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took a very active part. I am persuaded that he would be quite willing to aid the emissary of the Alliance by his advice and experience.
At any rate the Alliance would do well to communicate with the Grand Vizier of Persia, Mourza Hassan Khan, as also directly with the Shah through an ambassador at Teheran, and to pray him to put an end to the oppression and injustice, the weight of which is made to fall so heavily on our brethren by the governors and the people; and above all to free them from the special tax levied upon them by the Shah, and which, owing to the greed and rapacity of his vile officials, is multiplied five, and even ten-fold.
Let us hope that with God's aid, and by the support of our brethren throughout the world, brighter days may dawn for the feeble remnant of Judah which finds a shelter in Persia,
I am, &c.,
(Signed) T. Lurion, President.
M. Marx, Secretary.
P.S. The person who may be selected by the Alliance ought to be sufficiently acquainted with Hebrew to be able to correspond with his co-religionists of Persia.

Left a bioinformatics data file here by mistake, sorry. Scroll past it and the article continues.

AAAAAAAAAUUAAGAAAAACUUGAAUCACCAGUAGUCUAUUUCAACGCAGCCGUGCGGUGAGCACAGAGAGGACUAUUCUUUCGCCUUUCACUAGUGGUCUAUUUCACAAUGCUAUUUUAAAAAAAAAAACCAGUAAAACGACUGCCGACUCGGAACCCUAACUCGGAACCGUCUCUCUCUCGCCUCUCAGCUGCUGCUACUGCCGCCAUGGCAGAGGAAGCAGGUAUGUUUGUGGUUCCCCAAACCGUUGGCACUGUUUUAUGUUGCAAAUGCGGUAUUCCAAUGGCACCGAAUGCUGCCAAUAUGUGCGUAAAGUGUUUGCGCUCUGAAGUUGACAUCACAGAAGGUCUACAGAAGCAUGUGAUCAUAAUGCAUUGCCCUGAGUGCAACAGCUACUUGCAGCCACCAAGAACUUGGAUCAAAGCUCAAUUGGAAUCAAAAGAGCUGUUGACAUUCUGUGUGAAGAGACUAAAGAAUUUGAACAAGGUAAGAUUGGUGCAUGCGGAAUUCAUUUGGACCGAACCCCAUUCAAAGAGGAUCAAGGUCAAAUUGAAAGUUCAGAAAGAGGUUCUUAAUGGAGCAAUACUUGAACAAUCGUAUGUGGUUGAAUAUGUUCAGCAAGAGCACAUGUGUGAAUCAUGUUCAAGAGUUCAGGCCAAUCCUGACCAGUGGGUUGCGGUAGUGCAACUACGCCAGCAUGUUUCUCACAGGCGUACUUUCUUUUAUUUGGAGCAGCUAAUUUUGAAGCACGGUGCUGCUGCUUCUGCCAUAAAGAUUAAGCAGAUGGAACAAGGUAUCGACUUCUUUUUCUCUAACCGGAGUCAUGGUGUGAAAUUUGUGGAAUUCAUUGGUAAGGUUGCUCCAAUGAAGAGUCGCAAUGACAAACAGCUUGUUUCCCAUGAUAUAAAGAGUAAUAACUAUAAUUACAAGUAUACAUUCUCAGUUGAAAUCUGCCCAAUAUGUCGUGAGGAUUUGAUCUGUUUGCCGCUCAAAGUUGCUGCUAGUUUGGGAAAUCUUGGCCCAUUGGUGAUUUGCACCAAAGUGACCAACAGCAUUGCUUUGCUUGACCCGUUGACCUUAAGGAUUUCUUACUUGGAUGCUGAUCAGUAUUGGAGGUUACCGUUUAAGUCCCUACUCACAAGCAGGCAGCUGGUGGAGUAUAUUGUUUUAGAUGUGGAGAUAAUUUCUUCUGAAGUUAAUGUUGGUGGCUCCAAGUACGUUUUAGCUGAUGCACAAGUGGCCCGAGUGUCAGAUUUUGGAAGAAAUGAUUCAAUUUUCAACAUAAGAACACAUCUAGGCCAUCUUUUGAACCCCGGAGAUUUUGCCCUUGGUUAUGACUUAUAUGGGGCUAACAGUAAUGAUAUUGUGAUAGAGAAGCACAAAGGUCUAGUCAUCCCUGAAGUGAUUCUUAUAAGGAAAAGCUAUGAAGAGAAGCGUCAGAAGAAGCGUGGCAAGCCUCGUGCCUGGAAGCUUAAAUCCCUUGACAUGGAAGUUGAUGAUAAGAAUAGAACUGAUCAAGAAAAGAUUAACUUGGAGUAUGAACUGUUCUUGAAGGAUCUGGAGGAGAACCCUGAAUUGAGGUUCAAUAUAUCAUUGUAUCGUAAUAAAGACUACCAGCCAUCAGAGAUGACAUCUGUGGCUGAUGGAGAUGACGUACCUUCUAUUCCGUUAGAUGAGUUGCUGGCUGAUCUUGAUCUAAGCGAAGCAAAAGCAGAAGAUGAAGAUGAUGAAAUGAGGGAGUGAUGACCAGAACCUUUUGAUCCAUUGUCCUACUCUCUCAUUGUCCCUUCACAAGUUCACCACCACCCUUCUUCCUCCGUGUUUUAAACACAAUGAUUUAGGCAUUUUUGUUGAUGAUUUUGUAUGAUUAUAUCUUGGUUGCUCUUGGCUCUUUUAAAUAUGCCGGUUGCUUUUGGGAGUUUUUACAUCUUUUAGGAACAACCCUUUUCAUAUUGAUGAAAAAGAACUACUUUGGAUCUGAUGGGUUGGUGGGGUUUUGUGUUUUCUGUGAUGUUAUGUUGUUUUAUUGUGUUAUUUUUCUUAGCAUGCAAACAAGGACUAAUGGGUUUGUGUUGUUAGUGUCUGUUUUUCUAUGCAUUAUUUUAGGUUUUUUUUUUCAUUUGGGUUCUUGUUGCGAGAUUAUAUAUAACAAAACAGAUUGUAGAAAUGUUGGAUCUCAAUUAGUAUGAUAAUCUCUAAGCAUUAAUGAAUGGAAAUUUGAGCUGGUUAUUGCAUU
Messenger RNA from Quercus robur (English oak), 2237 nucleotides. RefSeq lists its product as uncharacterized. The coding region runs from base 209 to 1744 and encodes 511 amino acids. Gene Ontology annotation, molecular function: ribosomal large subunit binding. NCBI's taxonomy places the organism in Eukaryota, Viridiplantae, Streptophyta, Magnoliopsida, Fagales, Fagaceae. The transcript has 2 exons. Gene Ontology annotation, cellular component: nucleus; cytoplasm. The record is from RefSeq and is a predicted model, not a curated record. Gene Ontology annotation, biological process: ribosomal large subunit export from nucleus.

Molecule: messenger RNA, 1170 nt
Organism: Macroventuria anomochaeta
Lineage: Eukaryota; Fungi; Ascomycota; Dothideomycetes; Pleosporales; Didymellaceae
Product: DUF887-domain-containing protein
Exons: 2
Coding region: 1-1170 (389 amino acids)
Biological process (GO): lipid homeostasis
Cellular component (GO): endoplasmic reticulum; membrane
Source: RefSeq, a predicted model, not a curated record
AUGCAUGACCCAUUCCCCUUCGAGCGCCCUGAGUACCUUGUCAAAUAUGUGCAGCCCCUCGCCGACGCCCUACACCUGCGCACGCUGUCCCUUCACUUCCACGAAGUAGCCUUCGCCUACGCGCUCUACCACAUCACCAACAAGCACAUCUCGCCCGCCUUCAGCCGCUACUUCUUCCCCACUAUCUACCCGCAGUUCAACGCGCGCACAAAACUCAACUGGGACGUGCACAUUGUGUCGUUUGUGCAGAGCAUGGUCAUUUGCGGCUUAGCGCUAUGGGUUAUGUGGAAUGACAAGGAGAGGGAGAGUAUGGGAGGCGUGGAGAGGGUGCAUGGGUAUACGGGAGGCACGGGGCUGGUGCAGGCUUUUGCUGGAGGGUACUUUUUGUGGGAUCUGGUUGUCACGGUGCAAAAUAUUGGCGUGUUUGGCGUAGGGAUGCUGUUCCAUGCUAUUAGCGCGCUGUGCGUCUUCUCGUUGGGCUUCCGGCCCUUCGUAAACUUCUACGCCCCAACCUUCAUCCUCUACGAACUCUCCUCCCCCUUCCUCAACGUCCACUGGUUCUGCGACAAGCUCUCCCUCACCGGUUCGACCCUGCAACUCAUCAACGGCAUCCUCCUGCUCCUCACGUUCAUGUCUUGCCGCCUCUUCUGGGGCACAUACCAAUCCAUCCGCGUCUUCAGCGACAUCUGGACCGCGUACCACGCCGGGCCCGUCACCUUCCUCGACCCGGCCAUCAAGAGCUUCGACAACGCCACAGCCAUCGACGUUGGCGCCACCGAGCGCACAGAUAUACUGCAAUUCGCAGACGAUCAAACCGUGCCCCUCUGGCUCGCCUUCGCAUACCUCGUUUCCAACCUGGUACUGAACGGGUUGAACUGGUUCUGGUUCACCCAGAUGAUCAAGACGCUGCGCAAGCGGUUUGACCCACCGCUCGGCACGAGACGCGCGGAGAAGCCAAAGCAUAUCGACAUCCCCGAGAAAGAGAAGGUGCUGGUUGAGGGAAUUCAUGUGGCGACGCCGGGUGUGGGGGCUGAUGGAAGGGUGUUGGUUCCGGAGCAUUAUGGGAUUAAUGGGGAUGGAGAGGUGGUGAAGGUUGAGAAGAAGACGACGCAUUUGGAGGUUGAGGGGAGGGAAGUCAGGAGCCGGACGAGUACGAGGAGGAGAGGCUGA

Immediately upon receipt of this letter, it was determined to obtain further particulars, and a series of questions was drawn up and submitted to M. Lurion, and in reply to them the following letter was received.
[Translation^
Bagdad, 4th January, 1873.
Mr. President,
I have to reply to the questions which you sent me in your esteemed favour of the 26th November last.
ist. Number of Israelites in Persia ? About 40,000 persons.
2nd. Chief towns where they reside together with the number of the f ovulation in each. Teheran, 3000; Ourmia, 1200; Kirmanchah, 600; Hamadan, 3000; Kachan, 1500; Ispahan, 2,400; Yezd, 1500; Chiraz, 3000.
3 rd. IVhat are their principalprofessions, and what their chief means of obtaining a livelihood ?
At Teheran, Hamadan, and in the whole of the north they trade in drugs, spices, and in articles of European manufacture ; some few also in diamonds and pearls. There are many goldsmiths and a large number of doctors. At Ispahan the Jews engage in the meanest occupations, such as cleansing canals and latrines ; they deal also in rags and old
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